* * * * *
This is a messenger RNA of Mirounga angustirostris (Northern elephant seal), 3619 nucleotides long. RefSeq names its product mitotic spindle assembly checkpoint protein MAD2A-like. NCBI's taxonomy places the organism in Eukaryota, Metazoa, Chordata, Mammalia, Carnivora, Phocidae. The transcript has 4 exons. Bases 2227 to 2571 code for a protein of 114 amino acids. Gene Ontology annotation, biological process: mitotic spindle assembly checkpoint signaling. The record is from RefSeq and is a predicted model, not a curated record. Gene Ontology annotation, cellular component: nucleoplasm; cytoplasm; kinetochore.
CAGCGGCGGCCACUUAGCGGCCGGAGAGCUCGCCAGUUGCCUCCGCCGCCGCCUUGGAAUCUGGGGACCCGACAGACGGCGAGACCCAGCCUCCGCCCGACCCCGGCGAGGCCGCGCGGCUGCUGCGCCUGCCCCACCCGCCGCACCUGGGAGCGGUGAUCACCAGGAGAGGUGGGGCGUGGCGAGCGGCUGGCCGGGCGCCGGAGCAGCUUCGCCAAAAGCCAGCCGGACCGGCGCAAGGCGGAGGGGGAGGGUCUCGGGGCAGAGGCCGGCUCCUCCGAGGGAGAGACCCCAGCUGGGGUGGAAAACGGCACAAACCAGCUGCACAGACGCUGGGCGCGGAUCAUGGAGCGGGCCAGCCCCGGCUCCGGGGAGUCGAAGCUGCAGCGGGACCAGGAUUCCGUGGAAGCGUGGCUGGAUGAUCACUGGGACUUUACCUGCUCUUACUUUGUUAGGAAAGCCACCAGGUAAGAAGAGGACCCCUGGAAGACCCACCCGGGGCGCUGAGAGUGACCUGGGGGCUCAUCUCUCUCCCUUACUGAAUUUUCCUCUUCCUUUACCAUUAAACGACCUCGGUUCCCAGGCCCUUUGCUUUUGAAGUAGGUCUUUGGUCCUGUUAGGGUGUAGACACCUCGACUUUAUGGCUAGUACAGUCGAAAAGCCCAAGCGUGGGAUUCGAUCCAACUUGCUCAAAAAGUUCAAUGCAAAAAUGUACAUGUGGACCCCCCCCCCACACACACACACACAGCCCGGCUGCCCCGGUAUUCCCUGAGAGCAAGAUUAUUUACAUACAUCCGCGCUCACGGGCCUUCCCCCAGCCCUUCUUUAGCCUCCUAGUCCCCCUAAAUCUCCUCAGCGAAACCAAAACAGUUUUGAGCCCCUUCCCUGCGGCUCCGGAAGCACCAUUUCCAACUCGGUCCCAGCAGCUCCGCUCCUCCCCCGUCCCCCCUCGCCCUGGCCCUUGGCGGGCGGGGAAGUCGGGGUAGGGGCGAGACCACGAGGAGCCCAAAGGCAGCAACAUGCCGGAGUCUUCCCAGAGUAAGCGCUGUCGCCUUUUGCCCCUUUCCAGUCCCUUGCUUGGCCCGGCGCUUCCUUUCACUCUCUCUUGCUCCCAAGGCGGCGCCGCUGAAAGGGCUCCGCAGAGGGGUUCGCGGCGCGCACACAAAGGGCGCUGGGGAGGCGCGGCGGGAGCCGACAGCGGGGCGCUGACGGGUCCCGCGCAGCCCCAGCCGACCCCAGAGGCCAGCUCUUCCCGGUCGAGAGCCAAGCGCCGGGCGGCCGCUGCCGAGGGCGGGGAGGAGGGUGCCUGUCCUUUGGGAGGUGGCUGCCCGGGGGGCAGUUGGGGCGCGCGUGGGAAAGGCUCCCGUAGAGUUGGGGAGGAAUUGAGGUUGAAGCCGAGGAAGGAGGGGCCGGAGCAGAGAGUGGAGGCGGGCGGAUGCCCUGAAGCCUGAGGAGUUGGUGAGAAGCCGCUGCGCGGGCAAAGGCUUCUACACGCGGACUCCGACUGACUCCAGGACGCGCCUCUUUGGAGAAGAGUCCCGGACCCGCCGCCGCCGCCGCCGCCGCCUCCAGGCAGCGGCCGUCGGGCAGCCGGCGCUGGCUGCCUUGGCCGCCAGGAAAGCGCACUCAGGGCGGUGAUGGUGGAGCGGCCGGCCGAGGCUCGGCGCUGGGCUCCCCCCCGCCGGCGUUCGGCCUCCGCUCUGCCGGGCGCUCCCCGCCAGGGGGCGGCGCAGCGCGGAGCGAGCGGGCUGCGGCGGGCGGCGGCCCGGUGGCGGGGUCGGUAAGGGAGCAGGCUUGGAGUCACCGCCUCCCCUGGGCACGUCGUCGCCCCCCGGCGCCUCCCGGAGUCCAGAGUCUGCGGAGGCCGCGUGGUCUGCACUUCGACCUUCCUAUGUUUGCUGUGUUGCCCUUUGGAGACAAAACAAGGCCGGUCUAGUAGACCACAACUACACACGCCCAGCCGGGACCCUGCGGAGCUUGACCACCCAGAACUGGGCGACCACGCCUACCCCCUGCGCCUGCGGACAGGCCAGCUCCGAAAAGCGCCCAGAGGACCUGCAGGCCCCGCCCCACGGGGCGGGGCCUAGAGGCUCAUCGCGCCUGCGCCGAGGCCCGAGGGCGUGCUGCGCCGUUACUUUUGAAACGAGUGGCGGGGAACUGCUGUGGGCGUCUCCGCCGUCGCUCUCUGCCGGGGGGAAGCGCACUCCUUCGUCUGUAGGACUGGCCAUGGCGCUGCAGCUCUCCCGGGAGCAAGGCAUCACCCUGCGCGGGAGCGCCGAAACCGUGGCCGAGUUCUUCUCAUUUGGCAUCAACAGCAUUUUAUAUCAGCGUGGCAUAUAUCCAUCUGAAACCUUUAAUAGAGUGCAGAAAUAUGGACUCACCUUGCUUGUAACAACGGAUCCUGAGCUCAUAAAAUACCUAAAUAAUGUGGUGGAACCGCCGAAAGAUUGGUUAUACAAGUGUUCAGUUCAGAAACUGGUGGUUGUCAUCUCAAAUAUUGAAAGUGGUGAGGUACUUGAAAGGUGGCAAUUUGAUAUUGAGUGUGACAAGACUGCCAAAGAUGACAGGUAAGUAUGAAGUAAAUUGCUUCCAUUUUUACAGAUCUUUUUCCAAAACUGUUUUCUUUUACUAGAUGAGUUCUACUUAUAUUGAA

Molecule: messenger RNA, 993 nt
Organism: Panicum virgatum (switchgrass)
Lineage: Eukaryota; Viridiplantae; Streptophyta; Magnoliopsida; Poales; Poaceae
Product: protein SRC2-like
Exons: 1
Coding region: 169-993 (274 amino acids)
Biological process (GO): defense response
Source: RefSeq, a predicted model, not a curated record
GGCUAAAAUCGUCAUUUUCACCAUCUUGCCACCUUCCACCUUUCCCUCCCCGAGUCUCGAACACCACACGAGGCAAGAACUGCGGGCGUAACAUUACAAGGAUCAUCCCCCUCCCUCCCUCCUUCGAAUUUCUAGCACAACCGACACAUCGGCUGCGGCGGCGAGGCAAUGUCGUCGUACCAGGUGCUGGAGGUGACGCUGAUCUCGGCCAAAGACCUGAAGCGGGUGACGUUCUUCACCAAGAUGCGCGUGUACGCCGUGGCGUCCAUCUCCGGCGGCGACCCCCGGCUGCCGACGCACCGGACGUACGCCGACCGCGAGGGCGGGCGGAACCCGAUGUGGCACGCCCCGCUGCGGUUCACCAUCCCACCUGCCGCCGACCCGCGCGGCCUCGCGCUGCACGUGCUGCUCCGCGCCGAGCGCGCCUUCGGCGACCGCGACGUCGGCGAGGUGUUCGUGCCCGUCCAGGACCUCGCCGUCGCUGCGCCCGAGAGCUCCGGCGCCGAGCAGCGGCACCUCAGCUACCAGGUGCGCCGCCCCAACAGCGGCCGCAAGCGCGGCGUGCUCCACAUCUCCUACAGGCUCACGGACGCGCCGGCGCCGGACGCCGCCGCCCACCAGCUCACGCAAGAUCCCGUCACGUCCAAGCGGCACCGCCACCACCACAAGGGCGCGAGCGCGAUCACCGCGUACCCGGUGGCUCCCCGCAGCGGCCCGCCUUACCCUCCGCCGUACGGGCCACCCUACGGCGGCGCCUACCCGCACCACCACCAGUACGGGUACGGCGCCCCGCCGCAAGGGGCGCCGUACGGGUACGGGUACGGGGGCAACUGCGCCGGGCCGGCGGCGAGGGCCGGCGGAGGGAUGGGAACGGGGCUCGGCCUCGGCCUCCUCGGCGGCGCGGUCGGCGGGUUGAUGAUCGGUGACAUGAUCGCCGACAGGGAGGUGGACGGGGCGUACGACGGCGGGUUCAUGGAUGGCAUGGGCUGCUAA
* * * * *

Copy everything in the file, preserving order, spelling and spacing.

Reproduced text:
This is a messenger RNA of Mirounga angustirostris (Northern elephant seal), 3619 nucleotides long. RefSeq names its product mitotic spindle assembly checkpoint protein MAD2A-like. NCBI's taxonomy places the organism in Eukaryota, Metazoa, Chordata, Mammalia, Carnivora, Phocidae. The transcript has 4 exons. Bases 2227 to 2571 code for a protein of 114 amino acids. Gene Ontology annotation, biological process: mitotic spindle assembly checkpoint signaling. The record is from RefSeq and is a predicted model, not a curated record. Gene Ontology annotation, cellular component: nucleoplasm; cytoplasm; kinetochore.
CAGCGGCGGCCACUUAGCGGCCGGAGAGCUCGCCAGUUGCCUCCGCCGCCGCCUUGGAAUCUGGGGACCCGACAGACGGCGAGACCCAGCCUCCGCCCGACCCCGGCGAGGCCGCGCGGCUGCUGCGCCUGCCCCACCCGCCGCACCUGGGAGCGGUGAUCACCAGGAGAGGUGGGGCGUGGCGAGCGGCUGGCCGGGCGCCGGAGCAGCUUCGCCAAAAGCCAGCCGGACCGGCGCAAGGCGGAGGGGGAGGGUCUCGGGGCAGAGGCCGGCUCCUCCGAGGGAGAGACCCCAGCUGGGGUGGAAAACGGCACAAACCAGCUGCACAGACGCUGGGCGCGGAUCAUGGAGCGGGCCAGCCCCGGCUCCGGGGAGUCGAAGCUGCAGCGGGACCAGGAUUCCGUGGAAGCGUGGCUGGAUGAUCACUGGGACUUUACCUGCUCUUACUUUGUUAGGAAAGCCACCAGGUAAGAAGAGGACCCCUGGAAGACCCACCCGGGGCGCUGAGAGUGACCUGGGGGCUCAUCUCUCUCCCUUACUGAAUUUUCCUCUUCCUUUACCAUUAAACGACCUCGGUUCCCAGGCCCUUUGCUUUUGAAGUAGGUCUUUGGUCCUGUUAGGGUGUAGACACCUCGACUUUAUGGCUAGUACAGUCGAAAAGCCCAAGCGUGGGAUUCGAUCCAACUUGCUCAAAAAGUUCAAUGCAAAAAUGUACAUGUGGACCCCCCCCCCACACACACACACACAGCCCGGCUGCCCCGGUAUUCCCUGAGAGCAAGAUUAUUUACAUACAUCCGCGCUCACGGGCCUUCCCCCAGCCCUUCUUUAGCCUCCUAGUCCCCCUAAAUCUCCUCAGCGAAACCAAAACAGUUUUGAGCCCCUUCCCUGCGGCUCCGGAAGCACCAUUUCCAACUCGGUCCCAGCAGCUCCGCUCCUCCCCCGUCCCCCCUCGCCCUGGCCCUUGGCGGGCGGGGAAGUCGGGGUAGGGGCGAGACCACGAGGAGCCCAAAGGCAGCAACAUGCCGGAGUCUUCCCAGAGUAAGCGCUGUCGCCUUUUGCCCCUUUCCAGUCCCUUGCUUGGCCCGGCGCUUCCUUUCACUCUCUCUUGCUCCCAAGGCGGCGCCGCUGAAAGGGCUCCGCAGAGGGGUUCGCGGCGCGCACACAAAGGGCGCUGGGGAGGCGCGGCGGGAGCCGACAGCGGGGCGCUGACGGGUCCCGCGCAGCCCCAGCCGACCCCAGAGGCCAGCUCUUCCCGGUCGAGAGCCAAGCGCCGGGCGGCCGCUGCCGAGGGCGGGGAGGAGGGUGCCUGUCCUUUGGGAGGUGGCUGCCCGGGGGGCAGUUGGGGCGCGCGUGGGAAAGGCUCCCGUAGAGUUGGGGAGGAAUUGAGGUUGAAGCCGAGGAAGGAGGGGCCGGAGCAGAGAGUGGAGGCGGGCGGAUGCCCUGAAGCCUGAGGAGUUGGUGAGAAGCCGCUGCGCGGGCAAAGGCUUCUACACGCGGACUCCGACUGACUCCAGGACGCGCCUCUUUGGAGAAGAGUCCCGGACCCGCCGCCGCCGCCGCCGCCGCCUCCAGGCAGCGGCCGUCGGGCAGCCGGCGCUGGCUGCCUUGGCCGCCAGGAAAGCGCACUCAGGGCGGUGAUGGUGGAGCGGCCGGCCGAGGCUCGGCGCUGGGCUCCCCCCCGCCGGCGUUCGGCCUCCGCUCUGCCGGGCGCUCCCCGCCAGGGGGCGGCGCAGCGCGGAGCGAGCGGGCUGCGGCGGGCGGCGGCCCGGUGGCGGGGUCGGUAAGGGAGCAGGCUUGGAGUCACCGCCUCCCCUGGGCACGUCGUCGCCCCCCGGCGCCUCCCGGAGUCCAGAGUCUGCGGAGGCCGCGUGGUCUGCACUUCGACCUUCCUAUGUUUGCUGUGUUGCCCUUUGGAGACAAAACAAGGCCGGUCUAGUAGACCACAACUACACACGCCCAGCCGGGACCCUGCGGAGCUUGACCACCCAGAACUGGGCGACCACGCCUACCCCCUGCGCCUGCGGACAGGCCAGCUCCGAAAAGCGCCCAGAGGACCUGCAGGCCCCGCCCCACGGGGCGGGGCCUAGAGGCUCAUCGCGCCUGCGCCGAGGCCCGAGGGCGUGCUGCGCCGUUACUUUUGAAACGAGUGGCGGGGAACUGCUGUGGGCGUCUCCGCCGUCGCUCUCUGCCGGGGGGAAGCGCACUCCUUCGUCUGUAGGACUGGCCAUGGCGCUGCAGCUCUCCCGGGAGCAAGGCAUCACCCUGCGCGGGAGCGCCGAAACCGUGGCCGAGUUCUUCUCAUUUGGCAUCAACAGCAUUUUAUAUCAGCGUGGCAUAUAUCCAUCUGAAACCUUUAAUAGAGUGCAGAAAUAUGGACUCACCUUGCUUGUAACAACGGAUCCUGAGCUCAUAAAAUACCUAAAUAAUGUGGUGGAACCGCCGAAAGAUUGGUUAUACAAGUGUUCAGUUCAGAAACUGGUGGUUGUCAUCUCAAAUAUUGAAAGUGGUGAGGUACUUGAAAGGUGGCAAUUUGAUAUUGAGUGUGACAAGACUGCCAAAGAUGACAGGUAAGUAUGAAGUAAAUUGCUUCCAUUUUUACAGAUCUUUUUCCAAAACUGUUUUCUUUUACUAGAUGAGUUCUACUUAUAUUGAA

Molecule: messenger RNA, 993 nt
Organism: Panicum virgatum (switchgrass)
Lineage: Eukaryota; Viridiplantae; Streptophyta; Magnoliopsida; Poales; Poaceae
Product: protein SRC2-like
Exons: 1
Coding region: 169-993 (274 amino acids)
Biological process (GO): defense response
Source: RefSeq, a predicted model, not a curated record
GGCUAAAAUCGUCAUUUUCACCAUCUUGCCACCUUCCACCUUUCCCUCCCCGAGUCUCGAACACCACACGAGGCAAGAACUGCGGGCGUAACAUUACAAGGAUCAUCCCCCUCCCUCCCUCCUUCGAAUUUCUAGCACAACCGACACAUCGGCUGCGGCGGCGAGGCAAUGUCGUCGUACCAGGUGCUGGAGGUGACGCUGAUCUCGGCCAAAGACCUGAAGCGGGUGACGUUCUUCACCAAGAUGCGCGUGUACGCCGUGGCGUCCAUCUCCGGCGGCGACCCCCGGCUGCCGACGCACCGGACGUACGCCGACCGCGAGGGCGGGCGGAACCCGAUGUGGCACGCCCCGCUGCGGUUCACCAUCCCACCUGCCGCCGACCCGCGCGGCCUCGCGCUGCACGUGCUGCUCCGCGCCGAGCGCGCCUUCGGCGACCGCGACGUCGGCGAGGUGUUCGUGCCCGUCCAGGACCUCGCCGUCGCUGCGCCCGAGAGCUCCGGCGCCGAGCAGCGGCACCUCAGCUACCAGGUGCGCCGCCCCAACAGCGGCCGCAAGCGCGGCGUGCUCCACAUCUCCUACAGGCUCACGGACGCGCCGGCGCCGGACGCCGCCGCCCACCAGCUCACGCAAGAUCCCGUCACGUCCAAGCGGCACCGCCACCACCACAAGGGCGCGAGCGCGAUCACCGCGUACCCGGUGGCUCCCCGCAGCGGCCCGCCUUACCCUCCGCCGUACGGGCCACCCUACGGCGGCGCCUACCCGCACCACCACCAGUACGGGUACGGCGCCCCGCCGCAAGGGGCGCCGUACGGGUACGGGUACGGGGGCAACUGCGCCGGGCCGGCGGCGAGGGCCGGCGGAGGGAUGGGAACGGGGCUCGGCCUCGGCCUCCUCGGCGGCGCGGUCGGCGGGUUGAUGAUCGGUGACAUGAUCGCCGACAGGGAGGUGGACGGGGCGUACGACGGCGGGUUCAUGGAUGGCAUGGGCUGCUAA